"While I understood that the TKI's were inhibiting the production of the immature (non normal) WBC, I don't understand how that works to reduce the BCR-ABL activity. I thought that the Sprycel was just stopping the bone marrow from producing the wrong wbcs. But that the translocation of the Philadelphia syndrome was still occuring."
The TKI drugs turn off the ABL found in the BCR-ABL which is in the leukemic cells, which in turn confuses the leukemic cell, and it shuts down and dies. It does not stop the high level leukemic stem cells from producing new leukemic cells (the stem cells are believed to be immune to TKI drugs), but it shuts down and kills those leukemic offspring that are produced by the leukemic stem cells. So the leukemic stem cells keep producing, and the TKI drugs keep killing. It is a matter of population control through execution, not preventing the procreation by the stem cells.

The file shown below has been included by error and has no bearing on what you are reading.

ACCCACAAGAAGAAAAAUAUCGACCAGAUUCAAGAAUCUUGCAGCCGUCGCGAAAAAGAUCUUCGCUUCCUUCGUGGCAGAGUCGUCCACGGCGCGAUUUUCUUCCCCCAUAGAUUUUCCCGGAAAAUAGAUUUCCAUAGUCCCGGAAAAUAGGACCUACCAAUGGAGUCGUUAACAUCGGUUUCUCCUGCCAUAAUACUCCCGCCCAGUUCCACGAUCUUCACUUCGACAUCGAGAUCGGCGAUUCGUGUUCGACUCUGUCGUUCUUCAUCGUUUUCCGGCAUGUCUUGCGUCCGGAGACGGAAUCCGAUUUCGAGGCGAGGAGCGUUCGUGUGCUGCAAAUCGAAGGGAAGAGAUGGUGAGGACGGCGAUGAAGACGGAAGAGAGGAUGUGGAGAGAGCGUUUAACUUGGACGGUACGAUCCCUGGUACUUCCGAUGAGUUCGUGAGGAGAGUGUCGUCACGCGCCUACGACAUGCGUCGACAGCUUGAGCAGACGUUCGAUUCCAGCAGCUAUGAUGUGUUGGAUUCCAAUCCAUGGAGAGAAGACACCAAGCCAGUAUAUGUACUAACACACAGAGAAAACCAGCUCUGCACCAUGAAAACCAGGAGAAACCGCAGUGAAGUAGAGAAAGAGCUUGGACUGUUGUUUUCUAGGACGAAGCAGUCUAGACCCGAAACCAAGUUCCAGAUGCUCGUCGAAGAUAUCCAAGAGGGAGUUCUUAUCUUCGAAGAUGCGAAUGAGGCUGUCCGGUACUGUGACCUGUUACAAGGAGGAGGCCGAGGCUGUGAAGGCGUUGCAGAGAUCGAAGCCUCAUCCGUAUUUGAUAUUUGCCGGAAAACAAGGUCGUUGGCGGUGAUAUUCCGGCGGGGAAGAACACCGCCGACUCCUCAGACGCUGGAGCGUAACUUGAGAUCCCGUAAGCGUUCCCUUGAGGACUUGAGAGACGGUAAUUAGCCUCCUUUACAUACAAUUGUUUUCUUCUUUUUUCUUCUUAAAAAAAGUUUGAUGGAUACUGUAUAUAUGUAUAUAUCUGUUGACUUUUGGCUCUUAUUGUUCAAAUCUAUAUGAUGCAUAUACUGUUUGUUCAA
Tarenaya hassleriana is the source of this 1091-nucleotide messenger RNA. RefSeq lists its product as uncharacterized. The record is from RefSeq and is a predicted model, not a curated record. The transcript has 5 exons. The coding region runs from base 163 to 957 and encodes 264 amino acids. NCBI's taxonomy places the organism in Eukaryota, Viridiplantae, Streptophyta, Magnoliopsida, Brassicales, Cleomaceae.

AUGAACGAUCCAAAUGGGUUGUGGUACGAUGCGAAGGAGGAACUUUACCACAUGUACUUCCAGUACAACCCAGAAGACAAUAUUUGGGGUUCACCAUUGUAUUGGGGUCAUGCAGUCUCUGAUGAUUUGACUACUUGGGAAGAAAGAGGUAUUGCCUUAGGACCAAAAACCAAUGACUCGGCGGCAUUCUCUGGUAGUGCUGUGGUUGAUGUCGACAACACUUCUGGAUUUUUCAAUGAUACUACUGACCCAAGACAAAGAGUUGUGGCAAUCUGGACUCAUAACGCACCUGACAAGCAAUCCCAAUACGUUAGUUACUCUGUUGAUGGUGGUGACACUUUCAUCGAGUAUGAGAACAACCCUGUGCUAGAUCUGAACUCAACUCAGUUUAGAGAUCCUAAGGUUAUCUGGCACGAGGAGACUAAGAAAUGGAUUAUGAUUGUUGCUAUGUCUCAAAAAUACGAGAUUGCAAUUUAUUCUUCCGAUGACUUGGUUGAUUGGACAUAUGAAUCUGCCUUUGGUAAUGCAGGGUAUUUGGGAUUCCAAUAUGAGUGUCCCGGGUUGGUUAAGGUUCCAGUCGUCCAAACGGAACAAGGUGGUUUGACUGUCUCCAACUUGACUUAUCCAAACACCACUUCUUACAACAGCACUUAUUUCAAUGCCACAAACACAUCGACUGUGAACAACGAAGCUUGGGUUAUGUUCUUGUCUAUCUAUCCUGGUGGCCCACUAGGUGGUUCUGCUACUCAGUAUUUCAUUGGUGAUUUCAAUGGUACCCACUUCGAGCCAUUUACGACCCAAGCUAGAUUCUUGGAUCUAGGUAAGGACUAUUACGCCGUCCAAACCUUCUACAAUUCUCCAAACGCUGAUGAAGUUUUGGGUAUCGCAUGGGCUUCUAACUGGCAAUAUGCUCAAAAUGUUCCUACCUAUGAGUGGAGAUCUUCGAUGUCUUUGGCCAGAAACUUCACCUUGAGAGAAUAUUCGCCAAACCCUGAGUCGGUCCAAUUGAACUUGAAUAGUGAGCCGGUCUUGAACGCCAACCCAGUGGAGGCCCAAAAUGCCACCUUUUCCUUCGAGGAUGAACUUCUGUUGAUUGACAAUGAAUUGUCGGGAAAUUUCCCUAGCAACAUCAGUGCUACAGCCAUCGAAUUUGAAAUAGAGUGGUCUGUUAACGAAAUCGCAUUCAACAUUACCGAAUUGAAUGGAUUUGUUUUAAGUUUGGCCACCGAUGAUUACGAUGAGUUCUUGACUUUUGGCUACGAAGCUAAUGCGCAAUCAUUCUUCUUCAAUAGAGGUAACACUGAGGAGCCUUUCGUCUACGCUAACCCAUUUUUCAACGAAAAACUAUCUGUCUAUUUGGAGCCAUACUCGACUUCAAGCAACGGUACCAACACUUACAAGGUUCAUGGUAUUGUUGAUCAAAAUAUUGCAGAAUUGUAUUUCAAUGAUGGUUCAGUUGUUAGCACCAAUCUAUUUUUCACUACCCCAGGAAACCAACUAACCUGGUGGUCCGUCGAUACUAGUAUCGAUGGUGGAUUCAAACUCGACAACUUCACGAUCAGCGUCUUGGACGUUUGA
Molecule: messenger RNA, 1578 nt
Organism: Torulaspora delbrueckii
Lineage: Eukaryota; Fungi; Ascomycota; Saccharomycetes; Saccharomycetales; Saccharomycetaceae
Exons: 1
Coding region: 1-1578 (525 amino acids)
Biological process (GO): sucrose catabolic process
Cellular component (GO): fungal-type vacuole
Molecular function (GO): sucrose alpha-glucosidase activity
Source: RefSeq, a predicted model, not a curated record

"It seems though, that if one is to get to cytogenic and the MMR response, it would mean that the translocation was no longer occuring."
The translocation occurs once at the beginning of the leukemic process. At that point we had one leukemic stem cell. After that the offspring of that one cell all have the leukemic transloction. This will be the case until the disease is cured (some day).
Sprycel attacks higher level leukemic cells than Gleevec or Tasigna. This is believed to be due to its ability to inhibit the SRC family of kinases. Those higher level leukemic cells are senior progenitor cells, and probably not actually stem cells.